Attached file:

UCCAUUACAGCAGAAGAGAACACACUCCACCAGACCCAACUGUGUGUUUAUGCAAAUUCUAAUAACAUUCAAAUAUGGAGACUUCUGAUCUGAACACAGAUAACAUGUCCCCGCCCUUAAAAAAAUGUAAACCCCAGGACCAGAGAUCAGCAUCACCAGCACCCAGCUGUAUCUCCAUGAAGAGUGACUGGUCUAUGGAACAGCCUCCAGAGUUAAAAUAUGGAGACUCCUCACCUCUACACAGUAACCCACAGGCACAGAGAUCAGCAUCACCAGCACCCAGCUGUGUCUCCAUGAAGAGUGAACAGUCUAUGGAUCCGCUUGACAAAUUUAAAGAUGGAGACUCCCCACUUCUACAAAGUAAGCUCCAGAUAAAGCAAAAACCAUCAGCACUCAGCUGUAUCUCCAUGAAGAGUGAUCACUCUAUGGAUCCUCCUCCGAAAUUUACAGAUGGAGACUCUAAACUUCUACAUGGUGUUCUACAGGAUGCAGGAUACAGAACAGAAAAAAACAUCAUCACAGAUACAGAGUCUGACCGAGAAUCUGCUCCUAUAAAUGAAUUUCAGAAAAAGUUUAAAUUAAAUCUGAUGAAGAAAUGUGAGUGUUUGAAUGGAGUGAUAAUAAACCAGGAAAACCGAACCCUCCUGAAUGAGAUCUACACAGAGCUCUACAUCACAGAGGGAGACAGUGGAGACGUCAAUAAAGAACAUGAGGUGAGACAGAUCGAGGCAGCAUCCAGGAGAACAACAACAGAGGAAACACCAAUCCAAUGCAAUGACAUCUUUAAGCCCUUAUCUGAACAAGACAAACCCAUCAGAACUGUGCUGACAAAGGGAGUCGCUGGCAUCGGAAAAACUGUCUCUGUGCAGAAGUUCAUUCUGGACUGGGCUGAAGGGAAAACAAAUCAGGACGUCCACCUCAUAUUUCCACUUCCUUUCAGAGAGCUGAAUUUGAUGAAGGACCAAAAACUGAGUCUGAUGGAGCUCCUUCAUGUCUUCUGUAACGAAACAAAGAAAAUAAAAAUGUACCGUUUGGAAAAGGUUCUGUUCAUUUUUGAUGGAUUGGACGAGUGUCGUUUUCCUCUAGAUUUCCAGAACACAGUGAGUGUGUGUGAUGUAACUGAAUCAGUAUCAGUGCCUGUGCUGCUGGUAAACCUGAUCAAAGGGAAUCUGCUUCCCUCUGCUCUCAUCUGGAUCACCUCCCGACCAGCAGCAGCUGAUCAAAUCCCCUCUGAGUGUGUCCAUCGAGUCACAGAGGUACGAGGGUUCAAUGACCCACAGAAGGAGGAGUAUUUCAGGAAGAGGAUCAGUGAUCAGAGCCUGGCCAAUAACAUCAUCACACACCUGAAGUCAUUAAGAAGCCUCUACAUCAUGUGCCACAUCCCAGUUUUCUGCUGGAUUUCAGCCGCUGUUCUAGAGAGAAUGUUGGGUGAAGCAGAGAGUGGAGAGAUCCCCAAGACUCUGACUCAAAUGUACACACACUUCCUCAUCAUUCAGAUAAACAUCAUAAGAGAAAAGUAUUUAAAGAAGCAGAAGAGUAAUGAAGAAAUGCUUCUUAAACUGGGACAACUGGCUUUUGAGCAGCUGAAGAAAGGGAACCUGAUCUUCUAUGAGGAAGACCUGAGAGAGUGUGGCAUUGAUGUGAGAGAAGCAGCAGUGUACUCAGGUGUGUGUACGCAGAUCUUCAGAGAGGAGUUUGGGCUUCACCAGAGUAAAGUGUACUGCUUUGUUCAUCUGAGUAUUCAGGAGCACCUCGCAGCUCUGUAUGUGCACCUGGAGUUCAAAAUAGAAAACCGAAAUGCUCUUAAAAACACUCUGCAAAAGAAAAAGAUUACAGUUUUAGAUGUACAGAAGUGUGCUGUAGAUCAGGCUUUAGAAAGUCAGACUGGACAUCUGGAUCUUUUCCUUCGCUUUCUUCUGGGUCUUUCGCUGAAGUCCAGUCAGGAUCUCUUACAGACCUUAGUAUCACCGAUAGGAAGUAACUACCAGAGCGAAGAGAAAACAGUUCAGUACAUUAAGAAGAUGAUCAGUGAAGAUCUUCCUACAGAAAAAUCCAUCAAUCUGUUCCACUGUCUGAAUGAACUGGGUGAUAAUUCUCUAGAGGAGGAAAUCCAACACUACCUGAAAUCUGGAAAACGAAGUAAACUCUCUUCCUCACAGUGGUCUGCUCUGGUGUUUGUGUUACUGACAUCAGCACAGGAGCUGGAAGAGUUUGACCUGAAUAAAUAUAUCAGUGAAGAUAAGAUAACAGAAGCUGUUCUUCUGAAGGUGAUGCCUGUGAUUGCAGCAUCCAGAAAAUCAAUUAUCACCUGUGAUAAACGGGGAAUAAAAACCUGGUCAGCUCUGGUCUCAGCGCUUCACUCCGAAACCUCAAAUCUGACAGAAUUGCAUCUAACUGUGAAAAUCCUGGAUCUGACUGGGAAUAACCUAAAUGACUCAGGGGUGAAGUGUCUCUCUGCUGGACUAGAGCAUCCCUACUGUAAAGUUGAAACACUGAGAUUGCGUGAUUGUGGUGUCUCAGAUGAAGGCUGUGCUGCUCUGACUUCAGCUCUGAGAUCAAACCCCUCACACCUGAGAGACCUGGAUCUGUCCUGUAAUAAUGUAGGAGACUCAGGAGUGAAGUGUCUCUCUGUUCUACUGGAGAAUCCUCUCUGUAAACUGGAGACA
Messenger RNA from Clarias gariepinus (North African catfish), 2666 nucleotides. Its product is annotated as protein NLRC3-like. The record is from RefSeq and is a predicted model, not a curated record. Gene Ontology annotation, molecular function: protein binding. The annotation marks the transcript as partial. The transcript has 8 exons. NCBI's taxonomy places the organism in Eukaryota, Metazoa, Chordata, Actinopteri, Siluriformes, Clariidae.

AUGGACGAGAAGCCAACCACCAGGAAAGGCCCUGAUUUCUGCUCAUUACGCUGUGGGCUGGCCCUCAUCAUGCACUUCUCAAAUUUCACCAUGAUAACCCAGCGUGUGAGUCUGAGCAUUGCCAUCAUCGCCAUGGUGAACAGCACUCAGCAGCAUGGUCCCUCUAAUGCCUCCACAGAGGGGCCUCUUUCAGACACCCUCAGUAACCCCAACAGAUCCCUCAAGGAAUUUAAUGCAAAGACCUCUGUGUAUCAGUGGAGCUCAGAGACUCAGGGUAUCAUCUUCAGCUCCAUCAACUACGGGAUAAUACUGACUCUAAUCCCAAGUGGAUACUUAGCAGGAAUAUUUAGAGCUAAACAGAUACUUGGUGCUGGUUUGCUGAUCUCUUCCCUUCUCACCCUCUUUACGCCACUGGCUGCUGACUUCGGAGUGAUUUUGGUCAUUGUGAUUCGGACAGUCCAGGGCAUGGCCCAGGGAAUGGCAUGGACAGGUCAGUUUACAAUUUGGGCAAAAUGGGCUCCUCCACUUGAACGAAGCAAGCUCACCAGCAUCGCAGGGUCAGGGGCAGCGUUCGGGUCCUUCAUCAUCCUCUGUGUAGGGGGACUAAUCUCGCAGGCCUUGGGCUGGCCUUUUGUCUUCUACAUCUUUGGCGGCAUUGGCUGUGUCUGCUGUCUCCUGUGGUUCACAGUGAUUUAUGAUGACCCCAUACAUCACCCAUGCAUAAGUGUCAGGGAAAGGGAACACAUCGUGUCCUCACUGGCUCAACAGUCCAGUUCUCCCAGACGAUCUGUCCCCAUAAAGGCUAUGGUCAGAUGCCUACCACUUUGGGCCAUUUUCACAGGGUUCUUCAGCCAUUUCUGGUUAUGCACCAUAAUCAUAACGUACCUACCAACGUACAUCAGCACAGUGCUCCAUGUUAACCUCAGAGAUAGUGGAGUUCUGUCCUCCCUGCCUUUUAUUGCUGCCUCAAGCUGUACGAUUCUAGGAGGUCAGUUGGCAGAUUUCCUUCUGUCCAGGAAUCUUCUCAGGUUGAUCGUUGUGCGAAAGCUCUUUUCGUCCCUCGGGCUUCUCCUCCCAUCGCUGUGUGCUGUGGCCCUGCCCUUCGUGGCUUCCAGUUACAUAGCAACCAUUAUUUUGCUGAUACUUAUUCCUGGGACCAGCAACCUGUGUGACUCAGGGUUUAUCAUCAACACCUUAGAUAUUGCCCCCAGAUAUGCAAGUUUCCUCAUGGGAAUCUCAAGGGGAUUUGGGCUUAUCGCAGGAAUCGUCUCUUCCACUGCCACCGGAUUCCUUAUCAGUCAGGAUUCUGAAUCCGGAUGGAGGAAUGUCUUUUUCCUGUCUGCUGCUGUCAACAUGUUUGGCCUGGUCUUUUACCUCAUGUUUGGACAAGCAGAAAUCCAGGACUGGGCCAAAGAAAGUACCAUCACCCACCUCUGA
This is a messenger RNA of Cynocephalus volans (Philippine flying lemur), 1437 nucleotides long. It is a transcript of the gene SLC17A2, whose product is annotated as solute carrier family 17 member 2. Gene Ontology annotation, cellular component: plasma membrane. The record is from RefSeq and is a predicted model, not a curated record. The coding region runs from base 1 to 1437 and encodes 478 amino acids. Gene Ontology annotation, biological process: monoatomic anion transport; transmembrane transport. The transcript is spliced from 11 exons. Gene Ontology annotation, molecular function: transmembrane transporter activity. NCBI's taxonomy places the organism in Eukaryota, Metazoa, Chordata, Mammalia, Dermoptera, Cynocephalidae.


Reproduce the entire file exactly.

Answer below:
UCCAUUACAGCAGAAGAGAACACACUCCACCAGACCCAACUGUGUGUUUAUGCAAAUUCUAAUAACAUUCAAAUAUGGAGACUUCUGAUCUGAACACAGAUAACAUGUCCCCGCCCUUAAAAAAAUGUAAACCCCAGGACCAGAGAUCAGCAUCACCAGCACCCAGCUGUAUCUCCAUGAAGAGUGACUGGUCUAUGGAACAGCCUCCAGAGUUAAAAUAUGGAGACUCCUCACCUCUACACAGUAACCCACAGGCACAGAGAUCAGCAUCACCAGCACCCAGCUGUGUCUCCAUGAAGAGUGAACAGUCUAUGGAUCCGCUUGACAAAUUUAAAGAUGGAGACUCCCCACUUCUACAAAGUAAGCUCCAGAUAAAGCAAAAACCAUCAGCACUCAGCUGUAUCUCCAUGAAGAGUGAUCACUCUAUGGAUCCUCCUCCGAAAUUUACAGAUGGAGACUCUAAACUUCUACAUGGUGUUCUACAGGAUGCAGGAUACAGAACAGAAAAAAACAUCAUCACAGAUACAGAGUCUGACCGAGAAUCUGCUCCUAUAAAUGAAUUUCAGAAAAAGUUUAAAUUAAAUCUGAUGAAGAAAUGUGAGUGUUUGAAUGGAGUGAUAAUAAACCAGGAAAACCGAACCCUCCUGAAUGAGAUCUACACAGAGCUCUACAUCACAGAGGGAGACAGUGGAGACGUCAAUAAAGAACAUGAGGUGAGACAGAUCGAGGCAGCAUCCAGGAGAACAACAACAGAGGAAACACCAAUCCAAUGCAAUGACAUCUUUAAGCCCUUAUCUGAACAAGACAAACCCAUCAGAACUGUGCUGACAAAGGGAGUCGCUGGCAUCGGAAAAACUGUCUCUGUGCAGAAGUUCAUUCUGGACUGGGCUGAAGGGAAAACAAAUCAGGACGUCCACCUCAUAUUUCCACUUCCUUUCAGAGAGCUGAAUUUGAUGAAGGACCAAAAACUGAGUCUGAUGGAGCUCCUUCAUGUCUUCUGUAACGAAACAAAGAAAAUAAAAAUGUACCGUUUGGAAAAGGUUCUGUUCAUUUUUGAUGGAUUGGACGAGUGUCGUUUUCCUCUAGAUUUCCAGAACACAGUGAGUGUGUGUGAUGUAACUGAAUCAGUAUCAGUGCCUGUGCUGCUGGUAAACCUGAUCAAAGGGAAUCUGCUUCCCUCUGCUCUCAUCUGGAUCACCUCCCGACCAGCAGCAGCUGAUCAAAUCCCCUCUGAGUGUGUCCAUCGAGUCACAGAGGUACGAGGGUUCAAUGACCCACAGAAGGAGGAGUAUUUCAGGAAGAGGAUCAGUGAUCAGAGCCUGGCCAAUAACAUCAUCACACACCUGAAGUCAUUAAGAAGCCUCUACAUCAUGUGCCACAUCCCAGUUUUCUGCUGGAUUUCAGCCGCUGUUCUAGAGAGAAUGUUGGGUGAAGCAGAGAGUGGAGAGAUCCCCAAGACUCUGACUCAAAUGUACACACACUUCCUCAUCAUUCAGAUAAACAUCAUAAGAGAAAAGUAUUUAAAGAAGCAGAAGAGUAAUGAAGAAAUGCUUCUUAAACUGGGACAACUGGCUUUUGAGCAGCUGAAGAAAGGGAACCUGAUCUUCUAUGAGGAAGACCUGAGAGAGUGUGGCAUUGAUGUGAGAGAAGCAGCAGUGUACUCAGGUGUGUGUACGCAGAUCUUCAGAGAGGAGUUUGGGCUUCACCAGAGUAAAGUGUACUGCUUUGUUCAUCUGAGUAUUCAGGAGCACCUCGCAGCUCUGUAUGUGCACCUGGAGUUCAAAAUAGAAAACCGAAAUGCUCUUAAAAACACUCUGCAAAAGAAAAAGAUUACAGUUUUAGAUGUACAGAAGUGUGCUGUAGAUCAGGCUUUAGAAAGUCAGACUGGACAUCUGGAUCUUUUCCUUCGCUUUCUUCUGGGUCUUUCGCUGAAGUCCAGUCAGGAUCUCUUACAGACCUUAGUAUCACCGAUAGGAAGUAACUACCAGAGCGAAGAGAAAACAGUUCAGUACAUUAAGAAGAUGAUCAGUGAAGAUCUUCCUACAGAAAAAUCCAUCAAUCUGUUCCACUGUCUGAAUGAACUGGGUGAUAAUUCUCUAGAGGAGGAAAUCCAACACUACCUGAAAUCUGGAAAACGAAGUAAACUCUCUUCCUCACAGUGGUCUGCUCUGGUGUUUGUGUUACUGACAUCAGCACAGGAGCUGGAAGAGUUUGACCUGAAUAAAUAUAUCAGUGAAGAUAAGAUAACAGAAGCUGUUCUUCUGAAGGUGAUGCCUGUGAUUGCAGCAUCCAGAAAAUCAAUUAUCACCUGUGAUAAACGGGGAAUAAAAACCUGGUCAGCUCUGGUCUCAGCGCUUCACUCCGAAACCUCAAAUCUGACAGAAUUGCAUCUAACUGUGAAAAUCCUGGAUCUGACUGGGAAUAACCUAAAUGACUCAGGGGUGAAGUGUCUCUCUGCUGGACUAGAGCAUCCCUACUGUAAAGUUGAAACACUGAGAUUGCGUGAUUGUGGUGUCUCAGAUGAAGGCUGUGCUGCUCUGACUUCAGCUCUGAGAUCAAACCCCUCACACCUGAGAGACCUGGAUCUGUCCUGUAAUAAUGUAGGAGACUCAGGAGUGAAGUGUCUCUCUGUUCUACUGGAGAAUCCUCUCUGUAAACUGGAGACA
Messenger RNA from Clarias gariepinus (North African catfish), 2666 nucleotides. Its product is annotated as protein NLRC3-like. The record is from RefSeq and is a predicted model, not a curated record. Gene Ontology annotation, molecular function: protein binding. The annotation marks the transcript as partial. The transcript has 8 exons. NCBI's taxonomy places the organism in Eukaryota, Metazoa, Chordata, Actinopteri, Siluriformes, Clariidae.

AUGGACGAGAAGCCAACCACCAGGAAAGGCCCUGAUUUCUGCUCAUUACGCUGUGGGCUGGCCCUCAUCAUGCACUUCUCAAAUUUCACCAUGAUAACCCAGCGUGUGAGUCUGAGCAUUGCCAUCAUCGCCAUGGUGAACAGCACUCAGCAGCAUGGUCCCUCUAAUGCCUCCACAGAGGGGCCUCUUUCAGACACCCUCAGUAACCCCAACAGAUCCCUCAAGGAAUUUAAUGCAAAGACCUCUGUGUAUCAGUGGAGCUCAGAGACUCAGGGUAUCAUCUUCAGCUCCAUCAACUACGGGAUAAUACUGACUCUAAUCCCAAGUGGAUACUUAGCAGGAAUAUUUAGAGCUAAACAGAUACUUGGUGCUGGUUUGCUGAUCUCUUCCCUUCUCACCCUCUUUACGCCACUGGCUGCUGACUUCGGAGUGAUUUUGGUCAUUGUGAUUCGGACAGUCCAGGGCAUGGCCCAGGGAAUGGCAUGGACAGGUCAGUUUACAAUUUGGGCAAAAUGGGCUCCUCCACUUGAACGAAGCAAGCUCACCAGCAUCGCAGGGUCAGGGGCAGCGUUCGGGUCCUUCAUCAUCCUCUGUGUAGGGGGACUAAUCUCGCAGGCCUUGGGCUGGCCUUUUGUCUUCUACAUCUUUGGCGGCAUUGGCUGUGUCUGCUGUCUCCUGUGGUUCACAGUGAUUUAUGAUGACCCCAUACAUCACCCAUGCAUAAGUGUCAGGGAAAGGGAACACAUCGUGUCCUCACUGGCUCAACAGUCCAGUUCUCCCAGACGAUCUGUCCCCAUAAAGGCUAUGGUCAGAUGCCUACCACUUUGGGCCAUUUUCACAGGGUUCUUCAGCCAUUUCUGGUUAUGCACCAUAAUCAUAACGUACCUACCAACGUACAUCAGCACAGUGCUCCAUGUUAACCUCAGAGAUAGUGGAGUUCUGUCCUCCCUGCCUUUUAUUGCUGCCUCAAGCUGUACGAUUCUAGGAGGUCAGUUGGCAGAUUUCCUUCUGUCCAGGAAUCUUCUCAGGUUGAUCGUUGUGCGAAAGCUCUUUUCGUCCCUCGGGCUUCUCCUCCCAUCGCUGUGUGCUGUGGCCCUGCCCUUCGUGGCUUCCAGUUACAUAGCAACCAUUAUUUUGCUGAUACUUAUUCCUGGGACCAGCAACCUGUGUGACUCAGGGUUUAUCAUCAACACCUUAGAUAUUGCCCCCAGAUAUGCAAGUUUCCUCAUGGGAAUCUCAAGGGGAUUUGGGCUUAUCGCAGGAAUCGUCUCUUCCACUGCCACCGGAUUCCUUAUCAGUCAGGAUUCUGAAUCCGGAUGGAGGAAUGUCUUUUUCCUGUCUGCUGCUGUCAACAUGUUUGGCCUGGUCUUUUACCUCAUGUUUGGACAAGCAGAAAUCCAGGACUGGGCCAAAGAAAGUACCAUCACCCACCUCUGA
This is a messenger RNA of Cynocephalus volans (Philippine flying lemur), 1437 nucleotides long. It is a transcript of the gene SLC17A2, whose product is annotated as solute carrier family 17 member 2. Gene Ontology annotation, cellular component: plasma membrane. The record is from RefSeq and is a predicted model, not a curated record. The coding region runs from base 1 to 1437 and encodes 478 amino acids. Gene Ontology annotation, biological process: monoatomic anion transport; transmembrane transport. The transcript is spliced from 11 exons. Gene Ontology annotation, molecular function: transmembrane transporter activity. NCBI's taxonomy places the organism in Eukaryota, Metazoa, Chordata, Mammalia, Dermoptera, Cynocephalidae.